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Vivian Maier

 

If you missed the much-ballyhooed Vivian Maier photography exhibition at the Mpls Photo Center, which closed March 1, don’t despair. Maier’s work now has a permanent home at the Photo Center in its very own gallery, opening March 14. The Photo Center will have its own collection of 55 prints and many new prints that have never before been exhibited.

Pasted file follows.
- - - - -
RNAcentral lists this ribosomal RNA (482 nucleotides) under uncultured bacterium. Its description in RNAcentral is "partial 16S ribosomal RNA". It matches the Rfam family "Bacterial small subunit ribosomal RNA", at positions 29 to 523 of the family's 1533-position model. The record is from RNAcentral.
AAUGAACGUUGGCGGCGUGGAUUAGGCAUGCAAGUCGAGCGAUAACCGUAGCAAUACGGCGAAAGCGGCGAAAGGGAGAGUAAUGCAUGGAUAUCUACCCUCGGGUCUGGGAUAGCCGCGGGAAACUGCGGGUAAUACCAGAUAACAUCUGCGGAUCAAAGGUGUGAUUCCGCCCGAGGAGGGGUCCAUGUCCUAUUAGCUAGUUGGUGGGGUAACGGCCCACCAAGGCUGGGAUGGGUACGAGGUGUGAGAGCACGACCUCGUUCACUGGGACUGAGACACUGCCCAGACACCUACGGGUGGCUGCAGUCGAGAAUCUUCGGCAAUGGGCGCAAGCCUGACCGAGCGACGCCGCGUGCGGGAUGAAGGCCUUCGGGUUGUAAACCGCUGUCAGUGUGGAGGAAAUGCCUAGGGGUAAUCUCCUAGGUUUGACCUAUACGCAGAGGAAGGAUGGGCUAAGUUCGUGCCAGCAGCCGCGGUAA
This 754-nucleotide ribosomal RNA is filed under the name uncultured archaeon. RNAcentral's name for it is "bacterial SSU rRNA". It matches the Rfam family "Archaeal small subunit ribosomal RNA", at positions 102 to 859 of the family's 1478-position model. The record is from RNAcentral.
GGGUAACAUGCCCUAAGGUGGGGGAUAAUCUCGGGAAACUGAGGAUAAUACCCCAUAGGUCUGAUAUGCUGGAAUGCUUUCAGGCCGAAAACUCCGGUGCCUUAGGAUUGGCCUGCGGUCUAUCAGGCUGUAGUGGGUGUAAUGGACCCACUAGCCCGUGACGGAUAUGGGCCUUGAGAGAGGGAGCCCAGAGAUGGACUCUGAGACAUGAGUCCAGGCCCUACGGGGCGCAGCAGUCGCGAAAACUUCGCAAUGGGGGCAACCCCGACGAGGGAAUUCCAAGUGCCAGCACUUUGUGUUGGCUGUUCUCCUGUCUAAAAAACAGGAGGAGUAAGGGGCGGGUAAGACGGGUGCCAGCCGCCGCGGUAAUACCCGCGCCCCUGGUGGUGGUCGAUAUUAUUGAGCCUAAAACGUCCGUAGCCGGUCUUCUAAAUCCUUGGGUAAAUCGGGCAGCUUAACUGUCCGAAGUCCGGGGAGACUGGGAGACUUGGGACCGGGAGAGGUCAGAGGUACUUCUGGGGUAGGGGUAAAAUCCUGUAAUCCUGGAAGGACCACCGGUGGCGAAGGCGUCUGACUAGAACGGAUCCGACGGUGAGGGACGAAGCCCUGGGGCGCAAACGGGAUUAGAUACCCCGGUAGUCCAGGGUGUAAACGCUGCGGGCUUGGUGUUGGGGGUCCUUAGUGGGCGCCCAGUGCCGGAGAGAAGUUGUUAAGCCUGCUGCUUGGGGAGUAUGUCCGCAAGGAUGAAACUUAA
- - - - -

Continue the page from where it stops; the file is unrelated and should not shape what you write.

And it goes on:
The Maier show’s backstory is as intriguing as the photos, mostly black-and-white images of Chicago streets and neighborhoods taken during the 1950s to 1970s. Born in New York in 1926 to a French mother and absent Austrian father, Maier grew up in France, returned to the States at 25, and spent much of her life working as a nanny in Chicago, where she wandered the streets with a slow, boxy medium-format Rolleiflex camera at her waist. Self-taught, eccentric and elusive, she rented storage lockers for her possessions, which included more than 100,000 negatives and thousands of rolls of undeveloped film. Later in life, when Maier could no longer pay the rent on the lockers, their contents went up for auction, and a young real-estate agent looking for vintage photos bought a box. You can read more of Maier’s story when the Minneapolis gallery’s website goes live later this month.

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